Locking down DNS

DNS is the Achilles Heel of the interwebs.  Here are few things you can do to reduce the chances that evil haxors will abuse your bind name server. I will assume you’ve already disabled unnecessary services; I try to do this first on any server I’m setting up.

1) chroot bind

Chroot bind and makes sure it’s not running as root. Chrooting ensures that if your name server is exploited, the evil-doer (carbon-based, binary-based, or both) will only gain access to a very small area of your system that will be of little use to them. In CentOS, it’s very easy to set up a chrooted bind:

yum install bind-chroot -y

The above creates a new directory /var/named/chroot and bind will not have access to any files outside of it and it’s subdirectories. Doing this through yum will also copy any existing named.conf and zone files to the new chroot.

2) limit recursive queries

Recursive queries are requests that your name server is not authoritative for which require information from an outside DNS server.  Recursion should be limited to your own network(s) when possible. Unless you’re an ISP or hosting open DNS, full recursion is not necessary. The allow-recursion setting allows you to define which systems are able to do this, anything else is denied. In your named.conf, under options:

allow-recursion { 192.168.1.0/24;  };

Keep in mind, systems that you are not allowing recursive lookups will still get results for a query if it exists in the DNS cache.

3) limit zone transfers

If you are actually hosting zone files for your domain, you should lock down zone transfers to slaves. If you allow open zone transfers, anyone will have easy access to a list of all the servers in your DNS zones.  Limiting this will at least inconvenience those looking for an easy list of targets on your network. It also minimizes your exposure to undiscovered flaws in DNS. The allow-transfer setting should go under options in named.conf.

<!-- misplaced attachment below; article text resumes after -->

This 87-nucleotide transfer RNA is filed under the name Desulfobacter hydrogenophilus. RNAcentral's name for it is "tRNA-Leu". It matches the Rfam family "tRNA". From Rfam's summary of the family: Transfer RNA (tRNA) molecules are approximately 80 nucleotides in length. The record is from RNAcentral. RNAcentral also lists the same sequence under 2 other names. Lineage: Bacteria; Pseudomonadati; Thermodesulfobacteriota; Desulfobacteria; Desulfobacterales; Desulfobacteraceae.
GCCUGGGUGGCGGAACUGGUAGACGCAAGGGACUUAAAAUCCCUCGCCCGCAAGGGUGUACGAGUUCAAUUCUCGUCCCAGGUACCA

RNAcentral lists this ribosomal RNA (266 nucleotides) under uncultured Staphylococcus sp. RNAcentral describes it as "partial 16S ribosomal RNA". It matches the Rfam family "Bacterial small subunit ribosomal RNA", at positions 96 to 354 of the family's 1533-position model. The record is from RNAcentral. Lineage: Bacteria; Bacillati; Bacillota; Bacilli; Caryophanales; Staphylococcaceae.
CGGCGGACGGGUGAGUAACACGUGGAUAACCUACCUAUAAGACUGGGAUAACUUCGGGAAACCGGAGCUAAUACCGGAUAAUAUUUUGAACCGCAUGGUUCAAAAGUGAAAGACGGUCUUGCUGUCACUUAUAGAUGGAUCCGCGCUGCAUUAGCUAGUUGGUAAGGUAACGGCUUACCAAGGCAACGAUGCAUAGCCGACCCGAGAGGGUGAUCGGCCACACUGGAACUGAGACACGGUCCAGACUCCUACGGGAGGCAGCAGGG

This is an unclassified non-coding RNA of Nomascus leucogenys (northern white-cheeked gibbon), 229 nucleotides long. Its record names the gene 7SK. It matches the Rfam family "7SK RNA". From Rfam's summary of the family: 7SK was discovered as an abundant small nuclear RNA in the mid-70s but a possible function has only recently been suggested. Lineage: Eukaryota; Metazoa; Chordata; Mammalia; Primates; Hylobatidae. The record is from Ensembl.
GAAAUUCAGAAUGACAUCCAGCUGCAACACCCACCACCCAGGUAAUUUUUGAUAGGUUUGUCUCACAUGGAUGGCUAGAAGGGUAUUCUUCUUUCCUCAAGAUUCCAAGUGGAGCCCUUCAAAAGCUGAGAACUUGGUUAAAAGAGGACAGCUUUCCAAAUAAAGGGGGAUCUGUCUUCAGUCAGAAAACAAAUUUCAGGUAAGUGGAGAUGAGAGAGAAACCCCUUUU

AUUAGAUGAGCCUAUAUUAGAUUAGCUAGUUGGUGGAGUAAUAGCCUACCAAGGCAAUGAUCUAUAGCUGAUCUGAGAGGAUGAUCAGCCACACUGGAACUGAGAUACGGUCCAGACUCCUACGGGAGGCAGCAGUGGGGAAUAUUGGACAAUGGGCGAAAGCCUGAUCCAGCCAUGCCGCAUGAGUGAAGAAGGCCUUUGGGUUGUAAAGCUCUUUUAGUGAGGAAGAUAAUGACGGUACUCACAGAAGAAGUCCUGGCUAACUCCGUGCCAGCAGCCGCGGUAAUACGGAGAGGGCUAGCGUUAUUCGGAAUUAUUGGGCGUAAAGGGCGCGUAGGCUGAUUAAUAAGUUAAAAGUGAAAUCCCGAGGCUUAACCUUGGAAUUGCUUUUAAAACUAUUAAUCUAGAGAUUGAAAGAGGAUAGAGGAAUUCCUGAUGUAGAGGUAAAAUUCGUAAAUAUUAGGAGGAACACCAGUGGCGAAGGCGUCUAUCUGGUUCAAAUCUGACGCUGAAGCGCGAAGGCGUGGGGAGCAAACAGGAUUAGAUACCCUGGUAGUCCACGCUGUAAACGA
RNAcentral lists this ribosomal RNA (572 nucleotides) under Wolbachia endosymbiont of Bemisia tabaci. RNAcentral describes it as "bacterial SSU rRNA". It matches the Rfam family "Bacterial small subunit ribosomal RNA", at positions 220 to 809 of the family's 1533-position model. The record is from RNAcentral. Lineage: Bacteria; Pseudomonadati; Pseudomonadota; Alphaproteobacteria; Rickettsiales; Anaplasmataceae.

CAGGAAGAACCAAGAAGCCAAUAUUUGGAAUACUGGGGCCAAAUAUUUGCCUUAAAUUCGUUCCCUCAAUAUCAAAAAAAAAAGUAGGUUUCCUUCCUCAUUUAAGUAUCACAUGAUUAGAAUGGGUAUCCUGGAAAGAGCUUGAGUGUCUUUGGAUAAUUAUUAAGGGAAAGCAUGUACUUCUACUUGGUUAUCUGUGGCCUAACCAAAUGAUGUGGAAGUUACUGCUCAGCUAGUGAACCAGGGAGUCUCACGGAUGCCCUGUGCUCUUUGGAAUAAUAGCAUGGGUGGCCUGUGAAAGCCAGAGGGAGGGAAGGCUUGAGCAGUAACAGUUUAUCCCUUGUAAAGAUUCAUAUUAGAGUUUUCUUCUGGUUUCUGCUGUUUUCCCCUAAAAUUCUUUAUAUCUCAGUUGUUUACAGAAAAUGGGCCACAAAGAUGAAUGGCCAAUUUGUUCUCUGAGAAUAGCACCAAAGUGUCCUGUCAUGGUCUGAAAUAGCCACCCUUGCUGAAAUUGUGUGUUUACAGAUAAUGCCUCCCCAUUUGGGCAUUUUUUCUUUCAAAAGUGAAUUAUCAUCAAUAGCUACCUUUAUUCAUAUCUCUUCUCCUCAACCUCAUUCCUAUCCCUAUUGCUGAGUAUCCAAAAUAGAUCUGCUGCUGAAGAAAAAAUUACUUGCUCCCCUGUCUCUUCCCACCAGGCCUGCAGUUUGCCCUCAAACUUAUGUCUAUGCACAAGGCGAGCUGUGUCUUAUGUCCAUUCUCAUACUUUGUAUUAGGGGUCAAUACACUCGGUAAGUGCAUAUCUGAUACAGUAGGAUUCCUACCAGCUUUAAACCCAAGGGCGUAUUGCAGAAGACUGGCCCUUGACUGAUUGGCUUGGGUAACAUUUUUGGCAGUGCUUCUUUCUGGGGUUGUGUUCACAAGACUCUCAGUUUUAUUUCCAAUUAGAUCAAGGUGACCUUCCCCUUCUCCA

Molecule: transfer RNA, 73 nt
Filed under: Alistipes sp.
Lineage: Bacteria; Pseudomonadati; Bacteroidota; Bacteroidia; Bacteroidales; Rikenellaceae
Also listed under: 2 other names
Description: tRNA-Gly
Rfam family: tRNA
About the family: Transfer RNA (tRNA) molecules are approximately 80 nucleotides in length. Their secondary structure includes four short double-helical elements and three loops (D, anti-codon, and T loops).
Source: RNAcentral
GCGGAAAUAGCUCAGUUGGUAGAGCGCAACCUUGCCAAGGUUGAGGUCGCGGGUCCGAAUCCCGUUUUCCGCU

allow-transfer { 192.168.1.3; }

To test your server, you can attempt a zone transfer using dig.

dig @192.168.1.2 domainname.com axfr

4) harden your server

Bastille Unix is a system hardening script. It changes the SUID on many executables that only root would need on a DNS server. This is another step in limiting your exposure to unpatched or zero day vulnerabilities. You will first need to build a config running either the curses (bastille -c) or X (bastille -x)  option. Once you’ve selected which items to lock down, you will have the option to enable the config immediately. On CentOS you’ll need some dependencies which are not available in the standard repositories. This HowToForge tutorial goes through the process in perfect detail.

5) lock down SSH access

I also like to disable root logins in sshd_config. This adds another layer haxors need to step through if they’re going to crack root via SSH. I like to limit SSH logins to specific networks via hosts.allow:

sshd : 192.168.1. : allow
sshd : ALL : deny

6) iptables rules

Last, but not least, is a simple firewall. Deny everything by default, open up only what you need, in many cases just SSH and DNS. I’ve been tweaking /etc/sysconfig/iptables, but you’re technically not supposed to edit the file manually. I’m not going to post any rules here since this is something you’ll need to fully think out, and it’s not something you want to take lightly. After you’ve implemented some rules, make sure you test and it behaves as you’d expect.

nathan@nate:~/$ nmap -T4 -PN 192.168.1.2

Starting Nmap 4.62 ( http://nmap.org ) at 2009-01-22 10:26 EST
Interesting ports on 192.168.1.2 (192.168.1.2):
Not shown: 1713 filtered ports
PORT   STATE SERVICE
22/tcp open  ssh
53/tcp open  domain

Nmap done: 1 IP address (1 host up) scanned in 6.044 seconds

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